In October 1853 Brigham Young decided the site of the Utah Territory's first prison. The next year sixteen cells were constructed six miles from the city center at a spot now occupied by Sugar House Park and Highland High School. In the beginning, the six-mile difference seemed enough of a buffer between the convicts and citizens of Salt Lake. But residential development crept closer to the expanding prison as the city grew. The proximity was a problem. Between 1855 and 1878, 47 of the 240 prisoners escaped, most likely motivated by a lack of guards. Reputedly signs were placed along 2100 south saying, "Drive carefully – Prisoners escaping!" Though the prison expanded and new walls and cell houses were built escapes were common. Neighbors would often hear the prison bell that tolled the latest runaway. In addition to the potential for black and white striped escapees on the loose, inmates were known to holler at passersby from inside the walls. In 1951 the specters and sounds of prisoners in the midst of Sugar House disappeared when the state relocated the prison to the point of the mountain in Draper.
In its lifetime the Sugar House Prison housed all kinds. The state legislature wrote to Congress in 1867 to solicit improvement funds, insisting that Utah was a thoroughfare to the Pacific and subject to "the marauding depredations of dishonest and unprincipled adventurers." Along with depraved marauders the prison also held convicted polygamists, among them influential Utahans and leaders of the Mormon faith. Maybe the most famous inmate of the Sugar House Prison was labor organizer Joe Hill, who was executed at the prison on November 19, 1915. Perhaps to their benefit, women convicted in Utah from 1938 to 1957 didn't have to spend their prison sentences with unprincipled adventurers, polygamists or agitators because Utah sent them to the Colorado State Penitentiary.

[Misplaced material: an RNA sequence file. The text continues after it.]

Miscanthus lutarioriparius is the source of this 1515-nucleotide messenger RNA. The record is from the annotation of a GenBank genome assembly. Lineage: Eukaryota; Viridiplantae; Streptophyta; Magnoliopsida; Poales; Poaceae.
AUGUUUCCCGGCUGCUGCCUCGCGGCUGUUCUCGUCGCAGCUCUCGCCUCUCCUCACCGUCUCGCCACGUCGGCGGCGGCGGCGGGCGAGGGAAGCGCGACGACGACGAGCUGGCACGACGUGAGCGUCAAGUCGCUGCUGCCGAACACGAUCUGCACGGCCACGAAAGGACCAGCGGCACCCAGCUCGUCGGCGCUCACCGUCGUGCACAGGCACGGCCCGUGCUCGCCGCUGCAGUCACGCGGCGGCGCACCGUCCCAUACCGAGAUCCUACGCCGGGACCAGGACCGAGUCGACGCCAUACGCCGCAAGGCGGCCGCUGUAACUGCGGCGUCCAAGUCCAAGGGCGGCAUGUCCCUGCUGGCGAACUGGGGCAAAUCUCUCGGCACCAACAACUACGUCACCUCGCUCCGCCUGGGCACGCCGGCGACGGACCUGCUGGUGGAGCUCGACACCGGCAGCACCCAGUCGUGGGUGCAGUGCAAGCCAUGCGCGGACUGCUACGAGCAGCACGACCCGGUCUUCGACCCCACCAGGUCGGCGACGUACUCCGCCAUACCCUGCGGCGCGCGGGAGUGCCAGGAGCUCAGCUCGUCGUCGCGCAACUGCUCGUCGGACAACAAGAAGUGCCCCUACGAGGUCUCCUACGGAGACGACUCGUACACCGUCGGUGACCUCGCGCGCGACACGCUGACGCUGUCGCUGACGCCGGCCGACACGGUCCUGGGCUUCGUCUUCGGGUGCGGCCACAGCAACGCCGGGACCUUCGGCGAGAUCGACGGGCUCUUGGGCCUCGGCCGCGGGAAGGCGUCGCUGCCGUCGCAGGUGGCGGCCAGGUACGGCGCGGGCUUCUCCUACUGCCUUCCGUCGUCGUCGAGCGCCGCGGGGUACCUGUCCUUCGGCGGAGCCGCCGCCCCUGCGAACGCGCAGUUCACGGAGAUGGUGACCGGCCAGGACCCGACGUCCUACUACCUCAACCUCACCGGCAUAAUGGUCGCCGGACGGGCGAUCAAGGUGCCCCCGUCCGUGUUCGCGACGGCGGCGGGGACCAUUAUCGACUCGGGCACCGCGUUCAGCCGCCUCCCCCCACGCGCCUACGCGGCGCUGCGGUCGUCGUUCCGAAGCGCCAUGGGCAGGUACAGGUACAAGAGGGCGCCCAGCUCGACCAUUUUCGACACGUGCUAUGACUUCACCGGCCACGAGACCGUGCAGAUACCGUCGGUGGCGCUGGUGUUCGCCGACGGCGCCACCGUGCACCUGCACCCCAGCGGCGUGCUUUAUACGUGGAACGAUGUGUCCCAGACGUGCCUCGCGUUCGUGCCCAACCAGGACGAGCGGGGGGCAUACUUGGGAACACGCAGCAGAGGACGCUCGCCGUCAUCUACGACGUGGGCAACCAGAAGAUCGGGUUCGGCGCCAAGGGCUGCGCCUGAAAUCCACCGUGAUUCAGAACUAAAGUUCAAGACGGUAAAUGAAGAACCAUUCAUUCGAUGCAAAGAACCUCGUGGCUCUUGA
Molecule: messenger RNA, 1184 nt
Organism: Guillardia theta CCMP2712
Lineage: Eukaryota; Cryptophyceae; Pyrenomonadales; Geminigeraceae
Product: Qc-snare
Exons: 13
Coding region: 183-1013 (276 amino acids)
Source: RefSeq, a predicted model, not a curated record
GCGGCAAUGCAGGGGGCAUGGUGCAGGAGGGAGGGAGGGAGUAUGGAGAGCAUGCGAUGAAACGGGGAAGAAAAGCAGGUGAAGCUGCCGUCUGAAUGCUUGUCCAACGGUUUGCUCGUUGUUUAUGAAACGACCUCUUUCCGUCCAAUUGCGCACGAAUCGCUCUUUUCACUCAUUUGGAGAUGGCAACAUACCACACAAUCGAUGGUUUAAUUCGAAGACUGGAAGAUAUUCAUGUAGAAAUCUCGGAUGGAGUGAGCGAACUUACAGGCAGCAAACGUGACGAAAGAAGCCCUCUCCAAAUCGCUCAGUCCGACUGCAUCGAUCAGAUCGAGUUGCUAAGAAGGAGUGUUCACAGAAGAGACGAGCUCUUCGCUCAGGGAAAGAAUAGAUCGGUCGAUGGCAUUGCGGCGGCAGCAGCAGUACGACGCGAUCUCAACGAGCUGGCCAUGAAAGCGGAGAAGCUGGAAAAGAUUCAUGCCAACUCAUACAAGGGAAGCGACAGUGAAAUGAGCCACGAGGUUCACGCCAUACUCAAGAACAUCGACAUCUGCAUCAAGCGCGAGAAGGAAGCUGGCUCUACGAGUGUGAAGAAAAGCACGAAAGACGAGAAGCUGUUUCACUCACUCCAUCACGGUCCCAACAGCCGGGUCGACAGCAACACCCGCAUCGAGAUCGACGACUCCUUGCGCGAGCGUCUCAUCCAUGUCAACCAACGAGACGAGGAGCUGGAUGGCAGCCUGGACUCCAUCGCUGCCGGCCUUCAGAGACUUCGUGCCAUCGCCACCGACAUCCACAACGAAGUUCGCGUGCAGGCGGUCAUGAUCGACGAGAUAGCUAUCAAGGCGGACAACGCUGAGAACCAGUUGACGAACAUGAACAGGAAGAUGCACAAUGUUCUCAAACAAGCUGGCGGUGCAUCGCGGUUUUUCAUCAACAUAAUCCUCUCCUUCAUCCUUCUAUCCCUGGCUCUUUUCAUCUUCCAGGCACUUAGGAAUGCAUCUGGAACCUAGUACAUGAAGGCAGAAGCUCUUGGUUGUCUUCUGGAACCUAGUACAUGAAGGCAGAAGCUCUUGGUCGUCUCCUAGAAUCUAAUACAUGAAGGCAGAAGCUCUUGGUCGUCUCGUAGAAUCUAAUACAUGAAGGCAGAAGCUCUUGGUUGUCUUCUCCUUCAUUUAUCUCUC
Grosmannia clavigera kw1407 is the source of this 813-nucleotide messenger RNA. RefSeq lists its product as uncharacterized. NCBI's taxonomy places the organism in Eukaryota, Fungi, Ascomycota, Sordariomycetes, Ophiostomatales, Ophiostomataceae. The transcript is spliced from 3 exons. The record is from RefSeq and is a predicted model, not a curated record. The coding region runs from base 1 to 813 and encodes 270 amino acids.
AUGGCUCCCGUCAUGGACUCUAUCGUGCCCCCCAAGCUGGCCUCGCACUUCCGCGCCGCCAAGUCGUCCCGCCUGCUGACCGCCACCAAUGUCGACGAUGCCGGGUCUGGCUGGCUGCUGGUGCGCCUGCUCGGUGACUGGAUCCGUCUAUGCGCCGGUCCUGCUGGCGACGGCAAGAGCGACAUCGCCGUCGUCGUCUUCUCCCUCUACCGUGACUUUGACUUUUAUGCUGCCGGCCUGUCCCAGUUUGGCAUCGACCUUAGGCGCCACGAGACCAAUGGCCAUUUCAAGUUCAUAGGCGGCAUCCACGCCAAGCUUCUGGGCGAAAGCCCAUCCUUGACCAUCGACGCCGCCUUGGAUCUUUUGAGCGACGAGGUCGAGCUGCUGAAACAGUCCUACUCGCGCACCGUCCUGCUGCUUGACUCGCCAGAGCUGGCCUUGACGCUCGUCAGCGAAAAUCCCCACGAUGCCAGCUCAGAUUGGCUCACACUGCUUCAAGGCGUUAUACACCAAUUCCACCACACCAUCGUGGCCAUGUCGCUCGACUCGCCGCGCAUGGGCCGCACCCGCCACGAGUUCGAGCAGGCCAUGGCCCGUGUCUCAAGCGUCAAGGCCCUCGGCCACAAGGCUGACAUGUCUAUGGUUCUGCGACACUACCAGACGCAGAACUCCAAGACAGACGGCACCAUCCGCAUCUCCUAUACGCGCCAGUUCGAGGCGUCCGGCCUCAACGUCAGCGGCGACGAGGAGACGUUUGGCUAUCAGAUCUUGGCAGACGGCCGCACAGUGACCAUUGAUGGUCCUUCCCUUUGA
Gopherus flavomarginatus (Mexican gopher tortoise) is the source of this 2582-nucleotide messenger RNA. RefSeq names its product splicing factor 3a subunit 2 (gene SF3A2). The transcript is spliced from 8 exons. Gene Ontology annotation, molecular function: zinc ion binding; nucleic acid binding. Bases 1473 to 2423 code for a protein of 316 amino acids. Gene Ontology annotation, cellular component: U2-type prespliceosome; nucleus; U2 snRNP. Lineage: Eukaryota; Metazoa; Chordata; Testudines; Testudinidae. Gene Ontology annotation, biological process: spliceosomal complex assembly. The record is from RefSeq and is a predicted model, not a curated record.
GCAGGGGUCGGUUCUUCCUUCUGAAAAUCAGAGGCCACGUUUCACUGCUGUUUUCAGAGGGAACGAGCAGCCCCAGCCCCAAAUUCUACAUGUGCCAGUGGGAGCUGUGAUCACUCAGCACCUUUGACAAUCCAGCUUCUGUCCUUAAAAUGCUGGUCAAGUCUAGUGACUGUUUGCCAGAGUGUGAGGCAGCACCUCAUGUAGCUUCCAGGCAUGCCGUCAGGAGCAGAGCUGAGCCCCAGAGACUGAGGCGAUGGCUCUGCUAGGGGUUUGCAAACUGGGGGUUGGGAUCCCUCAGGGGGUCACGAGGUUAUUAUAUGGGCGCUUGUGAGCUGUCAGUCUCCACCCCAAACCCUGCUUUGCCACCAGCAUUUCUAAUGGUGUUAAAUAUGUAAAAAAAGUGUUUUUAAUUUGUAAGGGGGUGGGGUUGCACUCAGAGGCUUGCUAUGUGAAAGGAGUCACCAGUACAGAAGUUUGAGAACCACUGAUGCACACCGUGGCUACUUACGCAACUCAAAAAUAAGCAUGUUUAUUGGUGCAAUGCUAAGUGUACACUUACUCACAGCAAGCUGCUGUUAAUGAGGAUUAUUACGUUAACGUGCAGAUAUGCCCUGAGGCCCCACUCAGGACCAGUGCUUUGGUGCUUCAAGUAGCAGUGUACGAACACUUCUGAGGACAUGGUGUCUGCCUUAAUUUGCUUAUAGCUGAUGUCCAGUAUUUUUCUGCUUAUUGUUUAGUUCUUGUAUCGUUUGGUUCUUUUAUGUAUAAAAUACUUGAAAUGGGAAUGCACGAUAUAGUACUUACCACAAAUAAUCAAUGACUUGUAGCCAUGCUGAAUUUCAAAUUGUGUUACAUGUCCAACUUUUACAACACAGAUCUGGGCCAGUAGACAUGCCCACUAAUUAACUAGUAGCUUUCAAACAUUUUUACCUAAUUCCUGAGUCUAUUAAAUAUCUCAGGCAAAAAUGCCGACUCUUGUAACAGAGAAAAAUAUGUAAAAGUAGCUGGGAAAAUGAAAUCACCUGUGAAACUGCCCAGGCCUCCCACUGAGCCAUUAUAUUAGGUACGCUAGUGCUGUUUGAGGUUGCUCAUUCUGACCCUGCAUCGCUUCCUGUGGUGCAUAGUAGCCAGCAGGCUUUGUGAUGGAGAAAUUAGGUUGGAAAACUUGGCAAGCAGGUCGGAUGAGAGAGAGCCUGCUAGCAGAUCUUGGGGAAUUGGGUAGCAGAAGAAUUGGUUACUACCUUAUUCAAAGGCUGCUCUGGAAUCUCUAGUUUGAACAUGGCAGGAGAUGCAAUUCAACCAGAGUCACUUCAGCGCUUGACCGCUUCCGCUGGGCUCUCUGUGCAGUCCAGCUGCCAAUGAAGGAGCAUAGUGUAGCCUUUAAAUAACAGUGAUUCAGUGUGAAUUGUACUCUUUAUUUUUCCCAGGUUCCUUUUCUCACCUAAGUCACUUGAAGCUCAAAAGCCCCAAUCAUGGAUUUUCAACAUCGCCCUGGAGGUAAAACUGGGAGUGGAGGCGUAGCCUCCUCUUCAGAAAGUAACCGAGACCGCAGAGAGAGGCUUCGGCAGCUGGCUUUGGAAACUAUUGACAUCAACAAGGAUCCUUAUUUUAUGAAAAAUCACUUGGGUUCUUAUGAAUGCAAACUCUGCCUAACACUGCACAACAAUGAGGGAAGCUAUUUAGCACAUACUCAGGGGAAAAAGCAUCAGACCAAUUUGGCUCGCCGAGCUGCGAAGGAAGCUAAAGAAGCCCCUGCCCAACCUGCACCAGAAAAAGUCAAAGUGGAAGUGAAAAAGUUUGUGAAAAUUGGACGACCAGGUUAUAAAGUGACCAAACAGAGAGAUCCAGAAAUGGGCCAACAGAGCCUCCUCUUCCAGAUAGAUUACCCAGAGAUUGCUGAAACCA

Before the prison was torn down the abandoned structure became a playground for local kids. For a while the cells held imaginary murderers and con men, figments the kids could play alongside. The towers stood guard over shadows that paced the yard. Now, years after the towers were torn down, kids escape to the playgrounds and baseball diamonds at the sound of a school bell. Their parents holler at each other across the volleyball courts or mingle beneath the pavilions. A site once used to ensure convicts did their time now exists as a space where citizens can simply pass it.
- Life behind bars intrigues young hearts by Olga Munoz in The Salt Lake Tribune
- Prison once stood where park now is by Lynn Arave in The Deseret News
- Revisiting the glory days of small-town Sugar House by Cathy Free in The Deseret News.
- Sugarhouse Park
- Polygamist Prison in Utah Stories
Photos of Sugar House Prison from Marriott archives: